93 km in Parque Nacional Torres del Paine, Argentina
Fri 20 Mar 2009 - Fri 27 Mar 2009 52 °F
For years trekking in this park has been on our list of things that we waited to experience. We didnt really know what to expect, but we knew if we ever came here we would need to be prepared with our backpacking gear. Thanks to all those trips to REI we are very stoked on our gear and I wasnt even cold once! The natural beauty was more than we could ever imagine, really, this trek will be with us forever! Here is our trip report.
Day 1 - A Visit to the Namesake
Yesterday a local told us to start the circuito grande trek at Laguna Armaga - if we could see the torres (towers) in the distance from the laguna then we should take advantage of the good weather and hike to the parques namesake today, the first day of many days. The bus into the park took us pass herds of guanacos (llama like creatures, distant relatives to the camel). We bought our park entrance tickets with several huge condors soaring above. The torres (towers of rock) rose in the distance and we set out in that direction. There is a lot of "hola"-ing going on this stretch of trail as we share the are on the tourist trail with day hikers. We reached Campamento Torres and quickly set our tent up, securign each corner for the unpredicatable weather. We set out for another straight up 45 minutes to the base of the three spiky towers, the Torres del Paine. Sitting in amazement we soaked it all in. We felt thankful to share the sunset beneath the towers, all bundled up in our cold weather gear.
Day 2 - Just a walk in the park
We rolled out of our tent this morning with a handful of other trekkers ready to start the day. 7 hours later we reach the Campamento Seron, just before the wind and rain start. And wind it is - fierce wind pulling and pushing the tent all over the place. I am slightly scared, though not sure of what....rain continues all night and all we can wonder is what tomorrow will bring.
Day 3 - Valley of Beauty
7 am - Just as discouragement starts to set in as we contemplate how to handle takind down the tent in the rain, it stops raining! We skip coffee and head out adorned with rain coats and pants on over layers of clothing. Turning a ridge an immense wind startles us and we laugh and make a movie of the sound a 50 mph wind makes...its all fun and games, but actually slightly tricky as I almost get blown off the ridge. We have turned the corner of the circle path that the Circuito Grande is (yes, this circle has corners) and are walking up a wide valley with peaks on all sides. The peaks are sprinked with sugar like snow from the storm last night and all day we watch as the snow is blown off beneath puffy clouds. The scenery is beyond gorgeous - wheat colored grasses, forests of green stout trees, a wetland of mud. Our camp is one the shores of Lago Dickson, where there is a refugio (hut) for those without tents. The fire is warm, though the couple of guys working are not quite as welcoming. We are in bed at 6pm.
Day 4 - Mud and Rain
We are lucky today is a short day of 4 hours hiking as it is wet and muddy and moist. We are treasuring our rain/wind gear and wonder how others are managing without. Today´s hike highlight is the base of Glaciar Los Perros, where a windy lookout point has us taking in the view from the bottom of a glaciar. The rain bumps up a notch and we scurry off to the smoky hut of tarps at the Campamento Los Perros. We hang out for a while chatting in the hut with the other brave souls traversing el cicuito grande but really just want to nuggle down and head to the tent early.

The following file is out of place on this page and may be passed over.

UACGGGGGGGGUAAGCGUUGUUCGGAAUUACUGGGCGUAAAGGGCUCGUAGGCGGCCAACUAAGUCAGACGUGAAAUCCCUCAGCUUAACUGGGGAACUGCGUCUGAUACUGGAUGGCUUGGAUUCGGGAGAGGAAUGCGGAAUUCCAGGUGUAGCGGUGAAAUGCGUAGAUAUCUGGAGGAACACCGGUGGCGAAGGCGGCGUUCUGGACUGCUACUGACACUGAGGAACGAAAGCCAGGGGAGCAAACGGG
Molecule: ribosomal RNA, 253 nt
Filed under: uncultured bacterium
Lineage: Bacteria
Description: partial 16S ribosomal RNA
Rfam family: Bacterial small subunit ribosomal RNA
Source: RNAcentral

Day 5 - Making the Pass and Gawking at Glaciar Grey
We are stoked to wake very well rested to a partly sunny, very cold sky. We lurch out of camp after a few hardboiled eggs and climb hard and long through a muddy forest and up a rocky steep slope to the pass. What a surprize to reach the pass and see Glaciar Grey and all its splendor layed out before us. It is immense and goregeous and we feel as if we are at the core of all existence. We gawk and ooohh and ahhhh for hours as we trek alongside the length of the glaciar, ending the day in a calm rain shower that is slightly romantic.
Day 6 - The "easiest" day proves challenging
Our bodies ache. Only 5 hours of hiking on mostly flat terrain, our luck with the weather continues as we reach the indoor lunch spot just as a short rain storm starts, but stilll, today is challenging and as we turn another corner of the circuit we start to wonder if we will make it out of here in one piece.
Day 7 - The Valle Francais
Wet. Everything is wet. HOw can I get out of my cozy sleeping bag to brave the wet morning? Intention overrides laziness and we hike an hour inot the Valle Francias. What a prize to view the all encompassing glory of snowy peaks surrounding us. This is the one place I feel like I could sit and stare for hours.....the emotion is overwelming as we stare mouth open as the sun peaks over and shines on us. I could sit here for hours.....though the trail to complete our circuiit beckons.
Day 8 -
Oh the joy of completing the circuit, meeting the same path from where we began 7 days ago. The rain hardly matters as we set up our tent once more just as the weather shifts to wet. We are happy and proud and celebrate with chocolate and wine. One more 2 hour hike to the park entrance where the trekkers gather and share stories as we all limp around waiting for the bus and anticipating celebration dinners back in Natales.
93 kilometers! We did it!